Thursday, March 30, 2006
Covering both sides of the fence....
During a recent edition of KFIZ's "The Focus" I was accused of not covering both sides of the Fond du Lac School District's $8.7 million referendum. On the surface it may have seemed that way. Now the real story.
Whenever there's a divisive issue I try to cover both sides of it. Sometimes there's no organized opposition, note the term "organized." Then again it may be an effort that pops up late in the game.
When I became aware of organized opposition to referendum I called the person I was told was leading that effort. I got his voice mail and left a message inviting him or some representative of the group to come on "The Focus." A week later someone representing the group did get back to me. Thank you Mike Fredrich. He agreed to do a taped interview because he was in Washington, D.C. at the time on company business. In the meantime we did a show on the referendum with school district officials. Mike's interview airs on "The Focus" Friday (3/31/06) morning at 11:30 a.m. unedited.
Anyone who is a regular listener of "The Focus" probably knows that every couple of weeks we have the Superintendent of the District (Greg Maass) on the morning of a school board meeting. This was arranged to give listeners a chance to hear what's going on in the district and perhaps incentive for attending the meeting themselves or watching it on cable television. The last couple shows with him did revolve around the referendum and the school board meetings those evenings also had question and answer sessions about the referendum. The last Monday morning of a school board meeting the majority of the show was spent talking about other things going on in the district.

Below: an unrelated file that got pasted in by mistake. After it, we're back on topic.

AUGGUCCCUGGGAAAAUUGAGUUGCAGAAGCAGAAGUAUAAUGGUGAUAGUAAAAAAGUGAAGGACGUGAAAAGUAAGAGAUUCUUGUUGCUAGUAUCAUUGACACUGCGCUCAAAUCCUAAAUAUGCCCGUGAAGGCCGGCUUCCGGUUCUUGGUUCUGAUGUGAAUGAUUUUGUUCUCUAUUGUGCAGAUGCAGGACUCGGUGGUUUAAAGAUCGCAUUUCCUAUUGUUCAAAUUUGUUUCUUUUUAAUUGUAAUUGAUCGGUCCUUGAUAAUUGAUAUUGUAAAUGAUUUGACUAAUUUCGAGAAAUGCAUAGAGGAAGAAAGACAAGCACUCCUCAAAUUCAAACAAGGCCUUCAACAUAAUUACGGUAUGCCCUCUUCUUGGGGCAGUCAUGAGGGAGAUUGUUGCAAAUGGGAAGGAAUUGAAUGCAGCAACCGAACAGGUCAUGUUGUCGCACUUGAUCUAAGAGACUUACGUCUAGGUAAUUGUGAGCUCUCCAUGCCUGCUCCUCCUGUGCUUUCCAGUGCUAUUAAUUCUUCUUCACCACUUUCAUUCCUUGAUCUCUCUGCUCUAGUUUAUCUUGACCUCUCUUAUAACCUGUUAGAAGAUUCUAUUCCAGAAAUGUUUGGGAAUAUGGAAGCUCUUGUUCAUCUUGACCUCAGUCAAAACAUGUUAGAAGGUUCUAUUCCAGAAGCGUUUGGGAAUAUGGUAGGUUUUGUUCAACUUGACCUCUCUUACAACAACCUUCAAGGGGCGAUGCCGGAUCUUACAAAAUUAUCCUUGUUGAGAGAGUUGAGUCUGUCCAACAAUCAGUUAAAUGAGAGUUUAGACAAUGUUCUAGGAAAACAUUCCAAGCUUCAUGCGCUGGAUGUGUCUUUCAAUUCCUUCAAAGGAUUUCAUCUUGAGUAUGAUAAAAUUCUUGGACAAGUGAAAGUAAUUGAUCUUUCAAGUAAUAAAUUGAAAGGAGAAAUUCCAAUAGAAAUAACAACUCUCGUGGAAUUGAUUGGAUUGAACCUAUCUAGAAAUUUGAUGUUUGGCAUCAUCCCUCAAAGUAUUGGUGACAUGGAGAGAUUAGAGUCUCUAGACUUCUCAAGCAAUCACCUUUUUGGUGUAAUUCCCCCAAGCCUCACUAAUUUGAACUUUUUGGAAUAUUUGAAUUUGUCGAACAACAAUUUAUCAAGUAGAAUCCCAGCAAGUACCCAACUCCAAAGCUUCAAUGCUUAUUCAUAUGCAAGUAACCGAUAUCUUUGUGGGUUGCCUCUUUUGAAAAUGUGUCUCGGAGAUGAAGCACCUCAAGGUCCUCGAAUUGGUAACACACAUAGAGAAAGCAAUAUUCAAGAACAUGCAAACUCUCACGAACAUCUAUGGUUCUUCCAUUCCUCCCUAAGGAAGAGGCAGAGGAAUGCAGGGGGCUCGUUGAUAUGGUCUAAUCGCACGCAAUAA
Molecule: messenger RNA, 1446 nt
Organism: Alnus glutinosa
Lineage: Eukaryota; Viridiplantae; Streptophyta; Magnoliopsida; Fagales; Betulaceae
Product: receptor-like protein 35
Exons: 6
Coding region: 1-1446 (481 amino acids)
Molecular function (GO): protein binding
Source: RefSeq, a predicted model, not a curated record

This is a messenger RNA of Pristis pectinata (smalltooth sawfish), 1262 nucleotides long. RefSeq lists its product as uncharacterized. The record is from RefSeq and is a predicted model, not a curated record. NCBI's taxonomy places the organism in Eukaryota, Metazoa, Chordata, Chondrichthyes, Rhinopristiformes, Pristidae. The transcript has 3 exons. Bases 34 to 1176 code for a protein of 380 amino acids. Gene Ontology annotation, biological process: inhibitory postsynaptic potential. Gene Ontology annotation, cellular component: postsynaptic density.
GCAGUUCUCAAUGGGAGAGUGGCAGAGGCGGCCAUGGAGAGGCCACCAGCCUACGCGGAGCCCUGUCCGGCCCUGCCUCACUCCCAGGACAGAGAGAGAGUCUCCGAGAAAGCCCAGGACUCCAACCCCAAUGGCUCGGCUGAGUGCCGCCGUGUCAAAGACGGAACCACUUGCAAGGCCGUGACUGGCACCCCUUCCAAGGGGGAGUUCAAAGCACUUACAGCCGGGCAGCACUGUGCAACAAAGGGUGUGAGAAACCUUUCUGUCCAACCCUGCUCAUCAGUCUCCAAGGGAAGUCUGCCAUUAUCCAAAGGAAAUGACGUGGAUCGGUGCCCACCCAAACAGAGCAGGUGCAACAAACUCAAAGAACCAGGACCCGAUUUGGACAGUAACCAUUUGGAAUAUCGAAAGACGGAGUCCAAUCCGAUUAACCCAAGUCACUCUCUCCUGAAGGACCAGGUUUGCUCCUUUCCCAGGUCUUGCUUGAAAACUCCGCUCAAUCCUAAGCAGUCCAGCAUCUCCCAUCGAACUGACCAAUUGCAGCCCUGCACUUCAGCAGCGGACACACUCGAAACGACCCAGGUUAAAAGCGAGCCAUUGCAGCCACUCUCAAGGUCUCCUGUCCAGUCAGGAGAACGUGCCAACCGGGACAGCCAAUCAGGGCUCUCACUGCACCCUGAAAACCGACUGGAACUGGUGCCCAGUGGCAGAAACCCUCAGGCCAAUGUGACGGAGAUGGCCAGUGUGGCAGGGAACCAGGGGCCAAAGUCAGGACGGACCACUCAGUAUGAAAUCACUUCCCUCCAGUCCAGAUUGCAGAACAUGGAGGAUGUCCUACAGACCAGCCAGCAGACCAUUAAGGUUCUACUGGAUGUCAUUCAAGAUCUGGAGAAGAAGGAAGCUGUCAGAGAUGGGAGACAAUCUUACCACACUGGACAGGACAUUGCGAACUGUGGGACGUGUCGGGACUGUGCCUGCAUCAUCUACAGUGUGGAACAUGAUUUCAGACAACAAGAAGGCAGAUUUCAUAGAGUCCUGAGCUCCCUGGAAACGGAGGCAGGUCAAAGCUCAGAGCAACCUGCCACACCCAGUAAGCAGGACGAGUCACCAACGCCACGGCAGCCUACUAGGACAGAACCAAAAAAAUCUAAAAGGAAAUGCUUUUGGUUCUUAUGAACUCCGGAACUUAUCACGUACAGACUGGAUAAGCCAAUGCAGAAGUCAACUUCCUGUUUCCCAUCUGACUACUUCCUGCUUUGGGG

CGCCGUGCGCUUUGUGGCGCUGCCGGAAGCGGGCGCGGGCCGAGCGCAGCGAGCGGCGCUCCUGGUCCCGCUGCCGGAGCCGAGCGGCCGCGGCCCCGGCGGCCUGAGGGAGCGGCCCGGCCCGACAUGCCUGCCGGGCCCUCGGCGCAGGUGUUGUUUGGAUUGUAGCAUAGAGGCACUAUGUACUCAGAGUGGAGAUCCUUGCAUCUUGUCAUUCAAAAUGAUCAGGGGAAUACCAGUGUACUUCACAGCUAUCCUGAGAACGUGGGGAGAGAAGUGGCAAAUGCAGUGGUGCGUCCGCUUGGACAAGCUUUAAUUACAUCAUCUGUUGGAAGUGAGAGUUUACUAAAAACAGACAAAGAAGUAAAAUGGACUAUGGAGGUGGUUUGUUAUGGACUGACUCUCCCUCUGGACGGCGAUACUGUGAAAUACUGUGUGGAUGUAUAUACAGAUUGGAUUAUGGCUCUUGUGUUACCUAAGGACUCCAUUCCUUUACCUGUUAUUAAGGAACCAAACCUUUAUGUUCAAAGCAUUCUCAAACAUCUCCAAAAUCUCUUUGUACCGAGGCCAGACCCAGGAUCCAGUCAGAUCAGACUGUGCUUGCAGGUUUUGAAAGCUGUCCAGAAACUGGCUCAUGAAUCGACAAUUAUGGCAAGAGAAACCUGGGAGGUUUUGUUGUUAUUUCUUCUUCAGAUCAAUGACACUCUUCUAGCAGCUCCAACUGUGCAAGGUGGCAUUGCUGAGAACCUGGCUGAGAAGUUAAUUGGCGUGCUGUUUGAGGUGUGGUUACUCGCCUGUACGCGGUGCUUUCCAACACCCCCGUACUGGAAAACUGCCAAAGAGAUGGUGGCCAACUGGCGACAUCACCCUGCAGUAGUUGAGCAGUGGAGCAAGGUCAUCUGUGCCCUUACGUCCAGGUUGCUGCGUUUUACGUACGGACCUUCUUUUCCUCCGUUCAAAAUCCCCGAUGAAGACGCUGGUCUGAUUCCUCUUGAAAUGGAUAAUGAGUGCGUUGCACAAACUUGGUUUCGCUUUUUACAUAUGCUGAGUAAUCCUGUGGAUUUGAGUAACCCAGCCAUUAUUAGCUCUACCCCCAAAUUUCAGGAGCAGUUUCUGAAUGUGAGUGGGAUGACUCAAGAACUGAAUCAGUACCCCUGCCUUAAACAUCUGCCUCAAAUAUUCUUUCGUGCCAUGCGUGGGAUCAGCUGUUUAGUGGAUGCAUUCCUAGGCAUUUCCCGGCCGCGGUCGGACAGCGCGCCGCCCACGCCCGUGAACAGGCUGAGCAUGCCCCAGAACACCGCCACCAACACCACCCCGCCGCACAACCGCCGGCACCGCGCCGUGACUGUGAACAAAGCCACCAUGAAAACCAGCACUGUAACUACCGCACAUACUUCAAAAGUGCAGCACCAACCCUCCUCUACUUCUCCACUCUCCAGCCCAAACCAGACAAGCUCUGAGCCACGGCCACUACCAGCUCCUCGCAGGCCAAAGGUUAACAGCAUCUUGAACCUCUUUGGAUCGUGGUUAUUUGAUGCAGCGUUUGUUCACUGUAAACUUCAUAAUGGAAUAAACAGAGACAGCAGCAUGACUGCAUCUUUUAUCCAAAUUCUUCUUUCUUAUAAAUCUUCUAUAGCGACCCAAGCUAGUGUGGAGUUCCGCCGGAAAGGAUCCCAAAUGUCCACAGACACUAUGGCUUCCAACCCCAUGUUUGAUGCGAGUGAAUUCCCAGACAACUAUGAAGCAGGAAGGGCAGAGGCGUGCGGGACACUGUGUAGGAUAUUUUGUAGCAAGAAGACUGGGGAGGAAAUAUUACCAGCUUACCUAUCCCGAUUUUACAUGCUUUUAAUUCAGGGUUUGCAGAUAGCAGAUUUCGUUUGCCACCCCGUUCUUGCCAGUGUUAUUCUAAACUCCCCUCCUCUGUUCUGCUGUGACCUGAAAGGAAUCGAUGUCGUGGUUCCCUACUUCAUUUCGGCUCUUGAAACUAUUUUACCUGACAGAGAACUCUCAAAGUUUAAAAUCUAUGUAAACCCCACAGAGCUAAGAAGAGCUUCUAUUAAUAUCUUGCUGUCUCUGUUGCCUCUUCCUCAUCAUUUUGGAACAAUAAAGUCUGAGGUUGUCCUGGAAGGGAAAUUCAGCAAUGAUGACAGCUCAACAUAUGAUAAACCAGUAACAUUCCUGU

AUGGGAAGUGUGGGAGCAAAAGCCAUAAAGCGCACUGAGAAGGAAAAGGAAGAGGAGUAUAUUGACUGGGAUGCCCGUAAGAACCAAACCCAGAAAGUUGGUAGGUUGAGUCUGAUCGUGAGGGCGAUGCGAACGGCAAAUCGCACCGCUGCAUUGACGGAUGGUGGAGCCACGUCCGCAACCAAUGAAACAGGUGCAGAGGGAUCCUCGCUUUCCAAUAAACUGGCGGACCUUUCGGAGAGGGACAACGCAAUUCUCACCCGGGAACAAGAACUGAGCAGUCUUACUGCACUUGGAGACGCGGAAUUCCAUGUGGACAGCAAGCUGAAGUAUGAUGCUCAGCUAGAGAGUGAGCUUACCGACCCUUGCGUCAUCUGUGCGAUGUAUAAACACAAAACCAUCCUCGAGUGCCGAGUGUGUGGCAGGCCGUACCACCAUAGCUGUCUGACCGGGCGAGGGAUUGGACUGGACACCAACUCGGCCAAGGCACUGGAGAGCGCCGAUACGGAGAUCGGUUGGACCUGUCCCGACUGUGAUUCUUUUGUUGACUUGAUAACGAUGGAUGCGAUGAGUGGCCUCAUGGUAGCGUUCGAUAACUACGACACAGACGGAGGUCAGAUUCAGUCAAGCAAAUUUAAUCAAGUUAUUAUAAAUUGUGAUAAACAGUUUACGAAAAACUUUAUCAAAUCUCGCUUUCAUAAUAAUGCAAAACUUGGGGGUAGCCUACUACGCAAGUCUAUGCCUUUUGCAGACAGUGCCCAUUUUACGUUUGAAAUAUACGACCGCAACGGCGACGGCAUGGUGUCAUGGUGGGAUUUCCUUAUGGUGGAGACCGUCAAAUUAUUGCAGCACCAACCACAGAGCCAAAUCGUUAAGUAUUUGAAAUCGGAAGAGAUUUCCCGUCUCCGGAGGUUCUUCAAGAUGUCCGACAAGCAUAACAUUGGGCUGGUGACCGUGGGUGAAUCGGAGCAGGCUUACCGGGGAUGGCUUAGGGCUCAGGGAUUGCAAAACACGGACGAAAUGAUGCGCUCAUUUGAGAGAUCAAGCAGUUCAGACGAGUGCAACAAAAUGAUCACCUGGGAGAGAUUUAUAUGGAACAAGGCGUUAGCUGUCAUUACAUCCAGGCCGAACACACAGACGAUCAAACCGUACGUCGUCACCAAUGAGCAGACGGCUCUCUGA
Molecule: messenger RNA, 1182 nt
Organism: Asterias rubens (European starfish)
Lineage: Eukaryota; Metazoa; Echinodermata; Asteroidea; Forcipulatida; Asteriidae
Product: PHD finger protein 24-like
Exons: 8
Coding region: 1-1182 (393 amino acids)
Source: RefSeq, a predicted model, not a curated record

I've covered a number of referendums over the years and have tried to give both sides. However more than anything else I've found that it's better to give as Jack Webb was fond of saying in "Dragnet," just the facts. The interviews we did with the district were designed to get out the facts. It's up to a voter to decide who or what they believe. I try to play devil's advocate when there is no one to give an opposing point of view. It's not always a successful ploy because you can't always ask the question that someone else wants to ask, but won't step forward to pose.
The best job I ever did covering a referendum happened while I was working in Beaver Dam as the Dodgeland School District was trying to push through a referendum. After 30 years of being rejected by voters the district was able to pass a comprehensive school building referendum. Half of the people I talked to though I was leaning in favor of the school district and the other half accused me of supporting the opposition.
Don't sit on a fence, get out and vote on Tuesday, April 4th.